This is one of those books that’s going to mean quite different things to you depending on how old you are. I grew up in Texas in the ’50s, a much bigger fan of Jerry Lee than of Elvis, and I had no use at all for those floppy-haired guys from England with all their “yeah, yeah, yeah.” And then I went to Northern California for a couple of years in the early ’60s just as beach-rock and folk music was being invented. I saw Baez in concert. PP&M came and played on campus for free, just for laughs.

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Card, Orson Scott. Ender’s Game.

NY: Tor, 1985.

There’s a rather short list of really important modern science fiction novels, the books that influenced the next generation of both readers and younger authors. This is one of those novels. The original novelette version was nominated for both the Hugo and the Nebula and the novel-length version won both those awards. It’s also a book that hardly anyone who’s read it shrugs off. They tend either to love it, for a whole bunch of reasons, or to hate it, for a whole bunch of other reasons.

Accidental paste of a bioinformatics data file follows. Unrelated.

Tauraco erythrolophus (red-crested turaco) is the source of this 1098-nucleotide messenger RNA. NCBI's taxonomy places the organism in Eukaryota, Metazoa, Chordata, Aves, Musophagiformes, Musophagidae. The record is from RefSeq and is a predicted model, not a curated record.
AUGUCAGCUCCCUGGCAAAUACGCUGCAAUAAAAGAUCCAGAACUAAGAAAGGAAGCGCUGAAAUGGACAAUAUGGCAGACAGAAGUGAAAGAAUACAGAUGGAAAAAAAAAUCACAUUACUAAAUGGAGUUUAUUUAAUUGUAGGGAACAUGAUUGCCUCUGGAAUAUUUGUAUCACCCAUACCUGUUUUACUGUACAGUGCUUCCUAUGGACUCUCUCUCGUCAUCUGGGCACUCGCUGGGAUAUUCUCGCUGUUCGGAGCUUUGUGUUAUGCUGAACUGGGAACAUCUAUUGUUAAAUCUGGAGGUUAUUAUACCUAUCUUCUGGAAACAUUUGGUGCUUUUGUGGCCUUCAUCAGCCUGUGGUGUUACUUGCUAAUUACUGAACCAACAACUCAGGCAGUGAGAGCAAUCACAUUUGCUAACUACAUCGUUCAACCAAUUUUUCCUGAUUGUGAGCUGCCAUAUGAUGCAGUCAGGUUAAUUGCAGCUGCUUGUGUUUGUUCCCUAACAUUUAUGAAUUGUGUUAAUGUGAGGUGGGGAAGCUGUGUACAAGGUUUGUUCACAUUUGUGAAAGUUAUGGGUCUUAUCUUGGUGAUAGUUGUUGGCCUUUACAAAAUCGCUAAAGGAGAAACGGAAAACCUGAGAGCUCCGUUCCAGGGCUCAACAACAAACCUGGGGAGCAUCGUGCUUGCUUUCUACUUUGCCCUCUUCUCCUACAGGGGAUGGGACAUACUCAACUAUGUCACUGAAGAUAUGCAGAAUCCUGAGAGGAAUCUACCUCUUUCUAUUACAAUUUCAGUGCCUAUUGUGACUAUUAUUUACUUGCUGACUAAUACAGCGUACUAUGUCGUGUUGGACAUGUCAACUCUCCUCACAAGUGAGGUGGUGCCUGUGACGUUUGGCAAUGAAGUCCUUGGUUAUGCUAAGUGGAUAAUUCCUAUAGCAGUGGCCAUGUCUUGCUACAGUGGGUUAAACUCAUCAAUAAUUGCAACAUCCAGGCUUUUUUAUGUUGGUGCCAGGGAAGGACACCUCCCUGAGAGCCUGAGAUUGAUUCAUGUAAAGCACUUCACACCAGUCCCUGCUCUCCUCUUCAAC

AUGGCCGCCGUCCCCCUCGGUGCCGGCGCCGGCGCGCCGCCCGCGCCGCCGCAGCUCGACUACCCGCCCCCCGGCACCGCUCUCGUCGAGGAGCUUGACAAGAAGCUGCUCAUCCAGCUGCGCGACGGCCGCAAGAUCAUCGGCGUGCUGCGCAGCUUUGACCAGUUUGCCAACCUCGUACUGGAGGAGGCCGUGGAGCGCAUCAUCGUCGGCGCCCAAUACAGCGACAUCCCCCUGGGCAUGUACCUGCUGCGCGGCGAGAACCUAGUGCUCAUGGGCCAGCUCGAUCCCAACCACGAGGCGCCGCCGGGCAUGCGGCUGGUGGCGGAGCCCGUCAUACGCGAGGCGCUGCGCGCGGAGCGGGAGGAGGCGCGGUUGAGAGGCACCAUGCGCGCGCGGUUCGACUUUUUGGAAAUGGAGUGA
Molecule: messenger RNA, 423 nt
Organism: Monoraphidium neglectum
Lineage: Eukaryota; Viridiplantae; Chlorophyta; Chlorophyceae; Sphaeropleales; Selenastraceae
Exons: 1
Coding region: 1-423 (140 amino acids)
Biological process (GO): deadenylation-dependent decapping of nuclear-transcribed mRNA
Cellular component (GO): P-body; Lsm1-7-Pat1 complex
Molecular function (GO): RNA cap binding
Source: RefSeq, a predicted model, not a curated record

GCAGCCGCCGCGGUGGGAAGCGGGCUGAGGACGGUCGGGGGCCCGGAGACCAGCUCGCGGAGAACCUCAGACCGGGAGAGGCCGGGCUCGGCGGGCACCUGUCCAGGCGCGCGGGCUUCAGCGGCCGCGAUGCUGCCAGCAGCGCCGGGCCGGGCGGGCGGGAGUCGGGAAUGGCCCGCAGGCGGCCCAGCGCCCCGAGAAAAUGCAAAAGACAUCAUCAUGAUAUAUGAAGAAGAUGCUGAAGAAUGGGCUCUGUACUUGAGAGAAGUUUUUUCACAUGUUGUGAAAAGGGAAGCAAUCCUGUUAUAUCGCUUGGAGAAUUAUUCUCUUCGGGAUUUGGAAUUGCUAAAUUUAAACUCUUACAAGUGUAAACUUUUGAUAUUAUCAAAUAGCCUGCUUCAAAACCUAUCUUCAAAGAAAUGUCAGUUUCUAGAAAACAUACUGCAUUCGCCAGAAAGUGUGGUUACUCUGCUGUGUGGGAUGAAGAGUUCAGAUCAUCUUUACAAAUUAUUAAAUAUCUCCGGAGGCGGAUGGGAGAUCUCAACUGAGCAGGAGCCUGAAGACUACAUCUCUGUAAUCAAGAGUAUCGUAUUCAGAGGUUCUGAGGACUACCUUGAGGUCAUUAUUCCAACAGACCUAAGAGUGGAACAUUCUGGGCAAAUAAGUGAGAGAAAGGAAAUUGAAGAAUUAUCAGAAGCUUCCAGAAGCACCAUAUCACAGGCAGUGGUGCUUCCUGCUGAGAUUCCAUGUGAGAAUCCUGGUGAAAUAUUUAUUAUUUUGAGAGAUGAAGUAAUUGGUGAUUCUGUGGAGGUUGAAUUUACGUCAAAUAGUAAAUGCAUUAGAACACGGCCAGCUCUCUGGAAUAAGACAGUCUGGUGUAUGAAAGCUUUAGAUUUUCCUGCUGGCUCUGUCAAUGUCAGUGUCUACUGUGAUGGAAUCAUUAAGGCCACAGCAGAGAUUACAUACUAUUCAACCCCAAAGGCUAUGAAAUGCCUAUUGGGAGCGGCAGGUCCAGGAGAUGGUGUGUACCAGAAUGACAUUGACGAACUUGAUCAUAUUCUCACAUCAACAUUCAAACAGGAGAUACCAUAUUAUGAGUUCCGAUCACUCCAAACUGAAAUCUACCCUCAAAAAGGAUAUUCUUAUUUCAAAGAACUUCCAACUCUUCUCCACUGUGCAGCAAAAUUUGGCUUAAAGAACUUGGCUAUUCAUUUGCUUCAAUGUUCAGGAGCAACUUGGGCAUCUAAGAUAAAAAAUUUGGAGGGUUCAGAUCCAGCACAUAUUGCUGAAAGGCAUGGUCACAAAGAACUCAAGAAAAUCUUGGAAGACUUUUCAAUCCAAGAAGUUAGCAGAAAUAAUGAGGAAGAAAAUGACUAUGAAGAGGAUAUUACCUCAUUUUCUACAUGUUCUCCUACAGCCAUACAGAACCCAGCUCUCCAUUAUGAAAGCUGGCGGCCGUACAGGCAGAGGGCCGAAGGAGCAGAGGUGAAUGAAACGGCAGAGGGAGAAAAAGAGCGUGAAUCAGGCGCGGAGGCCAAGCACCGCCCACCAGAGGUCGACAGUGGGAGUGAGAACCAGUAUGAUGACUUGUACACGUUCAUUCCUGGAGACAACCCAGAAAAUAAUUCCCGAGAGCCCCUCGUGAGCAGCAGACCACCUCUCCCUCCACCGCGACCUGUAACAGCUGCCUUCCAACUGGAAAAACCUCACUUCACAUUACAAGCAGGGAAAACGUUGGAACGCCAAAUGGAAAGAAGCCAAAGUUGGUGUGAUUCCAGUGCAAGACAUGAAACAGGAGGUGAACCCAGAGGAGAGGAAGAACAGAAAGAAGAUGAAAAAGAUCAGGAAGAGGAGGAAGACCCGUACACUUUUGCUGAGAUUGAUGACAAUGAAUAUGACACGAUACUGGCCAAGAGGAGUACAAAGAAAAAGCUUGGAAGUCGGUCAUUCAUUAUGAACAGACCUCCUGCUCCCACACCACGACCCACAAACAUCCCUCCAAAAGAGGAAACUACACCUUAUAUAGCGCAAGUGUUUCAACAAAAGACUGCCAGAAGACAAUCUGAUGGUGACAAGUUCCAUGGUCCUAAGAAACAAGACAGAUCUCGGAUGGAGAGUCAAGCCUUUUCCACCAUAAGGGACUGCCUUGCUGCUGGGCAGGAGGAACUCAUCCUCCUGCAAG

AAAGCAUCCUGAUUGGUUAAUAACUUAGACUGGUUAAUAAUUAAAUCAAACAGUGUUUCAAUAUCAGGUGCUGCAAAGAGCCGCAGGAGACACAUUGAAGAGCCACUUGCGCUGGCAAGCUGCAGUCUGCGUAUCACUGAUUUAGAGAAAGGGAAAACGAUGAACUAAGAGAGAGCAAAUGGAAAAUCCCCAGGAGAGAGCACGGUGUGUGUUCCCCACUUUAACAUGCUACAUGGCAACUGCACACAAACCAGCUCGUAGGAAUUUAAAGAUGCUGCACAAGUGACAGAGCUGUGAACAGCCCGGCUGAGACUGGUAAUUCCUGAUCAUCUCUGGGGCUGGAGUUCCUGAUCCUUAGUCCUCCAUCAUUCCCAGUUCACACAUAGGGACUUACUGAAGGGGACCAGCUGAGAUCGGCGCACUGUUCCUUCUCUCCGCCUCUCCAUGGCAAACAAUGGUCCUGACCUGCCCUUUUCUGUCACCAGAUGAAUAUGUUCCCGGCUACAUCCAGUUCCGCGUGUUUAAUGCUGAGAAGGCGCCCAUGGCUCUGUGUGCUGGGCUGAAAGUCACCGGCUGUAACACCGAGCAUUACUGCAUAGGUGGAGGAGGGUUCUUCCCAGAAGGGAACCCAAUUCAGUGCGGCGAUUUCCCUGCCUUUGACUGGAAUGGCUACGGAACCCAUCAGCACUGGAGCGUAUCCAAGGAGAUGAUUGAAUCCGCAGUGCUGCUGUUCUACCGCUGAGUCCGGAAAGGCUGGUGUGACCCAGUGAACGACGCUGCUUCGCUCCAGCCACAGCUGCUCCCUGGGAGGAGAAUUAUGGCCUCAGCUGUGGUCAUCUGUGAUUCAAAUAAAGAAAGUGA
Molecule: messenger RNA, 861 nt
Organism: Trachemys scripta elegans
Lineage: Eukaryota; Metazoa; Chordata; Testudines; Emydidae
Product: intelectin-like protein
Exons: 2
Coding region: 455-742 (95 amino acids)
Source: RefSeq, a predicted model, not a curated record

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Horowitz, Anthony. Magpie Murders.

London: Orion Books, 2016.

I’ve read two of Horowitz’s earlier books, both pastiches on Sherlock Holmes, but this one is completely different, and both its critical and its public reception has been surprising. It’s also two of the strangest murder mysteries I’ve ever read. What seems at first to be the frame story is narrated by the fiction editor of Cloverleaf Books, who has settled in for the weekend with the new ninth novel from popular mystery writer Alan Conway featuring the Poirot-like private detective Atticus Pünd.